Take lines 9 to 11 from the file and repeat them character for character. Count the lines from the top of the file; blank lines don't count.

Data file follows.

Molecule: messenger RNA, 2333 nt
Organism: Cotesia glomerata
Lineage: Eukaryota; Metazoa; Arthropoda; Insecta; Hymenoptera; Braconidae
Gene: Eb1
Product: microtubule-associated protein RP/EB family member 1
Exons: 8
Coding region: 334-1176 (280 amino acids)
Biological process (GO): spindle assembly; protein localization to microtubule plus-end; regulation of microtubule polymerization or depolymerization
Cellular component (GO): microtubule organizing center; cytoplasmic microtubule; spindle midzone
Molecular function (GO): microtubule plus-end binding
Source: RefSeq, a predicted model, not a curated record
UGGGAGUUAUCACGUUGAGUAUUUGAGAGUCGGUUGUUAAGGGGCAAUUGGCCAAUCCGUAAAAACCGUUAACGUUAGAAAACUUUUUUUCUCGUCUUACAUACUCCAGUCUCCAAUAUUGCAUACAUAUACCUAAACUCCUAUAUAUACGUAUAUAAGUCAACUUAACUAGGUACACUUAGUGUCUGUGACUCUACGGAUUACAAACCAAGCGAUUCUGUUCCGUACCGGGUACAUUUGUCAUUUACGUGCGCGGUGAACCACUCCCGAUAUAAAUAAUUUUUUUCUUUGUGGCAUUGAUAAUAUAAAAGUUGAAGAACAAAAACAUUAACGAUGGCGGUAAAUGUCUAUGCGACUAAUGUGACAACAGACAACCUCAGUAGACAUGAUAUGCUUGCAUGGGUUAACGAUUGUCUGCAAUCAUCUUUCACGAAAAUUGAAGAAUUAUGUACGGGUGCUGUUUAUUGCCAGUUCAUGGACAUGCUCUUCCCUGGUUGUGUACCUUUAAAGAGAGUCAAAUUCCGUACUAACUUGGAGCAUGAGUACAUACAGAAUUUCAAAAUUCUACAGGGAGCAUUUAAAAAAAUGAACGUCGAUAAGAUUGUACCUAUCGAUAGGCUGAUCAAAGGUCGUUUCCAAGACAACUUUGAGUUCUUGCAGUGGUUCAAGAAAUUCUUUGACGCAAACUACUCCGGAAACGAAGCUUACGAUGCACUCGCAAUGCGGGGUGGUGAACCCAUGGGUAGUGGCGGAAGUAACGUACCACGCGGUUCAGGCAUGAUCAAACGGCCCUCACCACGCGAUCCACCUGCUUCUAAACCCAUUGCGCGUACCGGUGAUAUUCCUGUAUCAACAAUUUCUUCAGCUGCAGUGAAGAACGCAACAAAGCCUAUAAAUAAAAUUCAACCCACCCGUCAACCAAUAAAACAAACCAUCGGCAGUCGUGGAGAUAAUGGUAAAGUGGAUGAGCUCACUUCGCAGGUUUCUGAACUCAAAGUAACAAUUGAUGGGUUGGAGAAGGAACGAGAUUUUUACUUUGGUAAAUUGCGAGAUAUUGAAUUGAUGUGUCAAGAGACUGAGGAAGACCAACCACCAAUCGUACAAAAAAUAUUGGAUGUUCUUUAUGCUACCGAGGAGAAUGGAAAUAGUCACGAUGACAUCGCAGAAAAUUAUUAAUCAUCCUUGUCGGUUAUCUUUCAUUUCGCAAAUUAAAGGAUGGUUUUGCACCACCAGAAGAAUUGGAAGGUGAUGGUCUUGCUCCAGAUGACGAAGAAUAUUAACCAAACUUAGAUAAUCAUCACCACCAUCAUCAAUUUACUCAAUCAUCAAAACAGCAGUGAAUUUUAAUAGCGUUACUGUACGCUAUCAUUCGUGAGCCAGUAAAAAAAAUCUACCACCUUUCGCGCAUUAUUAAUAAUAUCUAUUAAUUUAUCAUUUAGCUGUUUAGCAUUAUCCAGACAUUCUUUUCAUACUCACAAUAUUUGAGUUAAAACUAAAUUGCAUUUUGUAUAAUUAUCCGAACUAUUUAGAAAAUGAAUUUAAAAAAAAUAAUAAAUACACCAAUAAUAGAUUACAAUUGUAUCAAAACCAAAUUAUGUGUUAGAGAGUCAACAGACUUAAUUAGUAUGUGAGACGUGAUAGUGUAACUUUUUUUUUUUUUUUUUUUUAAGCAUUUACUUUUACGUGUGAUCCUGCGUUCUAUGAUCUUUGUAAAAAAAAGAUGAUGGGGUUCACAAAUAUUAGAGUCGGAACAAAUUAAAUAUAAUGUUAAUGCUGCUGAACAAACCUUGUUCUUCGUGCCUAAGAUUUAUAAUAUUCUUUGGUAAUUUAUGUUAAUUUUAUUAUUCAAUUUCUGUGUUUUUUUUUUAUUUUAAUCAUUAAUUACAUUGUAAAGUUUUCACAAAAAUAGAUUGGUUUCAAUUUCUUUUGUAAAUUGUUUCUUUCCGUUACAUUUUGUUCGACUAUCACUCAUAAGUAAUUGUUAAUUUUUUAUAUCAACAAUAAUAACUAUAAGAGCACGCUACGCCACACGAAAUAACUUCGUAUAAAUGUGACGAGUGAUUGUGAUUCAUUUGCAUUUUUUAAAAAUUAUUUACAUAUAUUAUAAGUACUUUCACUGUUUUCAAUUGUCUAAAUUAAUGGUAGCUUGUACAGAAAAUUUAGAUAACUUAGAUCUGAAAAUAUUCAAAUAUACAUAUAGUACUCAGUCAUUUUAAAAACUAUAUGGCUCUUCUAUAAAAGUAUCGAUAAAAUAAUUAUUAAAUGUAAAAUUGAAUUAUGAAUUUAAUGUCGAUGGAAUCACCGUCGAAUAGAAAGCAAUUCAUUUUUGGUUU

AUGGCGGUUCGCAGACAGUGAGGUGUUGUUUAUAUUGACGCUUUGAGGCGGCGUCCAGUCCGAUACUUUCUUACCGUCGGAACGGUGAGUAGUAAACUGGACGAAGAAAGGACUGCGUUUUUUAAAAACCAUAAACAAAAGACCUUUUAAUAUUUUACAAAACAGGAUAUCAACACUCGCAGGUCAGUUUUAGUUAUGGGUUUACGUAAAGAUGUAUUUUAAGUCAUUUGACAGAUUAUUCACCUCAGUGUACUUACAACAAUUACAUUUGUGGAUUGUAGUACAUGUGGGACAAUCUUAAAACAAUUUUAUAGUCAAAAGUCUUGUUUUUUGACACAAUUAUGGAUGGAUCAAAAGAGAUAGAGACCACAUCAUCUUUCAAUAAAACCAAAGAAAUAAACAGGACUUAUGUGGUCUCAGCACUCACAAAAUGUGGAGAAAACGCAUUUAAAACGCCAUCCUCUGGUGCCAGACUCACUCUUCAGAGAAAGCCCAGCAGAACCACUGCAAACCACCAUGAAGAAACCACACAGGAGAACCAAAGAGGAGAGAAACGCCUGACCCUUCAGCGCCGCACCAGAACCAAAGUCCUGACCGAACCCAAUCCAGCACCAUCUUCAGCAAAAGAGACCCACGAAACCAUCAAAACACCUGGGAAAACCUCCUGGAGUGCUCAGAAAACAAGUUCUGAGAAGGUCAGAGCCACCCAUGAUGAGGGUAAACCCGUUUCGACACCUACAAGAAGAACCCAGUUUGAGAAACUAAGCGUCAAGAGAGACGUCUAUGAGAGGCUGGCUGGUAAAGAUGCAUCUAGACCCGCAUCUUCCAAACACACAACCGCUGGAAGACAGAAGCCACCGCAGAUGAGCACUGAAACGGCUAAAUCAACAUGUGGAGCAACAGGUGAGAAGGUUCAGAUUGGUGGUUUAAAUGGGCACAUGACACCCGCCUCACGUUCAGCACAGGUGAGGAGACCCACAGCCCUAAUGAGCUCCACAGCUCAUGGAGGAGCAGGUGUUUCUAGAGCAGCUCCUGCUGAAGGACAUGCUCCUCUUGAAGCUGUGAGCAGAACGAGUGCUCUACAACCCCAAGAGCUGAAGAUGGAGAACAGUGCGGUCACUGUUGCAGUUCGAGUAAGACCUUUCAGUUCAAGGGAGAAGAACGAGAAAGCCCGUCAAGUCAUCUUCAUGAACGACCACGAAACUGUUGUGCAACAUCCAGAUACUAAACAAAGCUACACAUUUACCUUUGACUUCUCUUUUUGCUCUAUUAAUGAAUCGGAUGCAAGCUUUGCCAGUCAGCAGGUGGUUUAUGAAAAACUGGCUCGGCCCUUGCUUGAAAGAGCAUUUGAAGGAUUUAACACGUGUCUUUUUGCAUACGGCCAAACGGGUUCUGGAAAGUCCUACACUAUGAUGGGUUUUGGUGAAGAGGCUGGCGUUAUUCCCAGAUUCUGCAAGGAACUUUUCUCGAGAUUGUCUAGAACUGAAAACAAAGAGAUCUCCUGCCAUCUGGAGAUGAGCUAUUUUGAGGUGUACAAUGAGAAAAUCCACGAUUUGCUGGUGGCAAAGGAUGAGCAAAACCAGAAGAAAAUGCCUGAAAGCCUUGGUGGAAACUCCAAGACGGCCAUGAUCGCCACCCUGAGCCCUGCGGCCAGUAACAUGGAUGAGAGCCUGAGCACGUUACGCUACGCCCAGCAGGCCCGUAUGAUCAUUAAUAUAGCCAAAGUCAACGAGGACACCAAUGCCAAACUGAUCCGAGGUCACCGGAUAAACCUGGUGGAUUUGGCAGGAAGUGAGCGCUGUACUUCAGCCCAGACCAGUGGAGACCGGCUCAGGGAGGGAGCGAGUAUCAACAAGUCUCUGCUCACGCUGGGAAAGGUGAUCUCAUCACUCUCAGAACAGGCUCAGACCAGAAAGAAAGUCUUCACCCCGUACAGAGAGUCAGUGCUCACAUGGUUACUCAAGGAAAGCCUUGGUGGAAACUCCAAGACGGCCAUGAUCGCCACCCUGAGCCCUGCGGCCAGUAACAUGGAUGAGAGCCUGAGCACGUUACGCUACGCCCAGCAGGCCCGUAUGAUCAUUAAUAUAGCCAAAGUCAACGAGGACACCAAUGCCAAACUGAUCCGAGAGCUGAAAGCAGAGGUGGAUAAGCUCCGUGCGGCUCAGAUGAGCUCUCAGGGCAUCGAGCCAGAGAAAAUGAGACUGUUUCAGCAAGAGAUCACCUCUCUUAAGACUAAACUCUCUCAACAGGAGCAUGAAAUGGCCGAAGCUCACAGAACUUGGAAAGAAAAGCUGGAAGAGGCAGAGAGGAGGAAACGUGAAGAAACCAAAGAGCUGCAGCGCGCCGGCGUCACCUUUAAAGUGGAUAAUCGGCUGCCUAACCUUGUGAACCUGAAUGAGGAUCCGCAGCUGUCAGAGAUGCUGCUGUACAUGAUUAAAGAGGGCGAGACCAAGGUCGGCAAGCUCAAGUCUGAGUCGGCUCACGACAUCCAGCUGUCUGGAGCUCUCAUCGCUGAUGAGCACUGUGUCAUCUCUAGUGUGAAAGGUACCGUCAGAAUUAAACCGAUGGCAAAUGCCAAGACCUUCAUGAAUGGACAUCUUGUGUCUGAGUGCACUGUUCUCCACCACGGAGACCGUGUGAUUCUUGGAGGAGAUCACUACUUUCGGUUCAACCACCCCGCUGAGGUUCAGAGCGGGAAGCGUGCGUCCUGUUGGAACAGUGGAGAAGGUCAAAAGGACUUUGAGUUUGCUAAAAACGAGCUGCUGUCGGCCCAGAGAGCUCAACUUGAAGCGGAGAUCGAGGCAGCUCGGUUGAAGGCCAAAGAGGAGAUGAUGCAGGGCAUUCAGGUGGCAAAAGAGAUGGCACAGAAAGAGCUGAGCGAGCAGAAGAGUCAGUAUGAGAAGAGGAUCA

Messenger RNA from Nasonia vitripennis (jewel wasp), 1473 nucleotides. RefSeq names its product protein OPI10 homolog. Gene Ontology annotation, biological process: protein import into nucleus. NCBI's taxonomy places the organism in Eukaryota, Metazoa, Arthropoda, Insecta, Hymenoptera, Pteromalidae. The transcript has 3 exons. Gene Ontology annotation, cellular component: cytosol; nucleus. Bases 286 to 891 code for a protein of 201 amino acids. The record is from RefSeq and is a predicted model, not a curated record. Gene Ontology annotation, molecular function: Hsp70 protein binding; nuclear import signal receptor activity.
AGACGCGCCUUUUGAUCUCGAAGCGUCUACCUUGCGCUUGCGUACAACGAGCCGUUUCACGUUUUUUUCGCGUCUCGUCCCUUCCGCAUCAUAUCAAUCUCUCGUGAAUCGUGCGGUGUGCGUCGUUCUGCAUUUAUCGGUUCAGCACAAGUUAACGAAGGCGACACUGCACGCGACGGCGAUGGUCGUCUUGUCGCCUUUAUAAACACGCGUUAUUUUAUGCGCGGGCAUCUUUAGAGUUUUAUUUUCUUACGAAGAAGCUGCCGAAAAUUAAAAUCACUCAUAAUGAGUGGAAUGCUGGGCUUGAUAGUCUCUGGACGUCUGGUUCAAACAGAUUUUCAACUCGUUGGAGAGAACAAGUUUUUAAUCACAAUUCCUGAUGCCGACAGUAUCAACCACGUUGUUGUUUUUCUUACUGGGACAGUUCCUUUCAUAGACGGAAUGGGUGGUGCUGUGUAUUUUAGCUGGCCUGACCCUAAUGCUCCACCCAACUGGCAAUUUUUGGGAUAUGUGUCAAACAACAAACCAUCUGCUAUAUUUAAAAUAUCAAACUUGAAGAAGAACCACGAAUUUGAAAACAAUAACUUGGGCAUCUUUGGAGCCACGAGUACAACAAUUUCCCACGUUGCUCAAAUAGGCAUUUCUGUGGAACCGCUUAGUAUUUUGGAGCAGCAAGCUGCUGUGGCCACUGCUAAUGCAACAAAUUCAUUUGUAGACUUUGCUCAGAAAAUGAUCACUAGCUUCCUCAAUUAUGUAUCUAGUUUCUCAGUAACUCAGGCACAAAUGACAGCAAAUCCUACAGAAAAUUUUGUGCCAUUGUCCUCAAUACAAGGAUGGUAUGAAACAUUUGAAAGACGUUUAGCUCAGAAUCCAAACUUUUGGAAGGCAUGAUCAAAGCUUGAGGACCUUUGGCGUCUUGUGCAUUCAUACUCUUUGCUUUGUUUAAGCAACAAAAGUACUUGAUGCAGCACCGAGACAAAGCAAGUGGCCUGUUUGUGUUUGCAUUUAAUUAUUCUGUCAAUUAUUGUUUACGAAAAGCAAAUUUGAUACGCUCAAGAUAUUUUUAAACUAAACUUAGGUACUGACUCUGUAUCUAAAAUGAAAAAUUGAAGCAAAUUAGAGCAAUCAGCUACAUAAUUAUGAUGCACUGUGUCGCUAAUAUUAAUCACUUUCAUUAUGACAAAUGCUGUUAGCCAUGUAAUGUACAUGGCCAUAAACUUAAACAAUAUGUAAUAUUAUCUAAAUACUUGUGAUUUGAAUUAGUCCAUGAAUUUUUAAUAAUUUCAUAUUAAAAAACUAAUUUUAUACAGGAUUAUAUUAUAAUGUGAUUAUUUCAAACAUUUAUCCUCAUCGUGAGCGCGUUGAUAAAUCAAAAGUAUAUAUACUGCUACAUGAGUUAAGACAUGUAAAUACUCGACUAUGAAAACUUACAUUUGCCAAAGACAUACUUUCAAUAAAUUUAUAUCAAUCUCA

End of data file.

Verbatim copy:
Cellular component (GO): microtubule organizing center; cytoplasmic microtubule; spindle midzone
Molecular function (GO): microtubule plus-end binding
Source: RefSeq, a predicted model, not a curated record